March 13th, 2010


live by the ax, die by the ax

anyone with jstor access want to get me this article?

eta: not one, but two! of my professorial friends sent me this article within just a few hours of posting this entry! happiness is: having awesome friends who also happen to be academics.

in all probability the quest for values, for things and events which are conducive to survival and the enhancement of life, engendered the quest for knowledge of reality. by his very nature man has been primarily interested in how things and events administer to his basic and derivative needs, how they satisfy or frustrate him, how to preserve and promote the good things in life and curtail and erase objects which stifle his zest for living. a mere glance at the history of philosophy shows how deeply man has been preoccupited with the nature of values. the notions of good and bad, right and wrong, beautiful and ugly are as old as the real and apparent. valuational preferences are not artifacts we can dispense with. inquiry into the claims, truth, and validity of value judgments is a necessity of life itself. the concept of value permeates our life at every step. we prefer one thing to another, we shift our attention from one event to another, we praise one behavior and condemn another, we like and dislike, and whenever we do it we value. behind our passions, interests, purposive actions is the belief that they are worthwhile. we attach to them different degrees of importance or value. we speak about good and bad aims, noble and mean actions, beautiful and ugly objects, pious and impious intentions and deeds. our whole life moves between attraction and repulsion. events are alluring, enhancing, fascinating or repugnant, loathsome, and obnoxious. in fact, we not only value, but are always conscious of a scale of values, which scale rests with degree and quality of satisfactions [and dissatisfactions].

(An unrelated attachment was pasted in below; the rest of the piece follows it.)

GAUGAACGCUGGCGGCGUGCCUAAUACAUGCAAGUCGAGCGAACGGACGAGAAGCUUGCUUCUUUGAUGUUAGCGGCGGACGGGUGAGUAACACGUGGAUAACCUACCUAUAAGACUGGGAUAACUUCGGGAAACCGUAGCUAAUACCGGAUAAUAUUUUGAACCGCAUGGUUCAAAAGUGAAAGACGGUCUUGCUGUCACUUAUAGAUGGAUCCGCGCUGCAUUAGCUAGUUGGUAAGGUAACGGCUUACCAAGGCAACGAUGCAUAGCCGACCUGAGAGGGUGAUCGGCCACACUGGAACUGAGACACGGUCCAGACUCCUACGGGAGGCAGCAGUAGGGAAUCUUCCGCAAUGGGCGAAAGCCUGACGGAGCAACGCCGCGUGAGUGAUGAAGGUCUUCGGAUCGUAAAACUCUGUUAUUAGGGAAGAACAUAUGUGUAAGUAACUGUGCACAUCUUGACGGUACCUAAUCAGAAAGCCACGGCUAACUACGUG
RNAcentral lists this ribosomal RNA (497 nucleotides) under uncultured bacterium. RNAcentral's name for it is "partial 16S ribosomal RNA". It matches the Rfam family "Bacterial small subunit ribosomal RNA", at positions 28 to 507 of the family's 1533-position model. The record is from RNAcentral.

i need / i want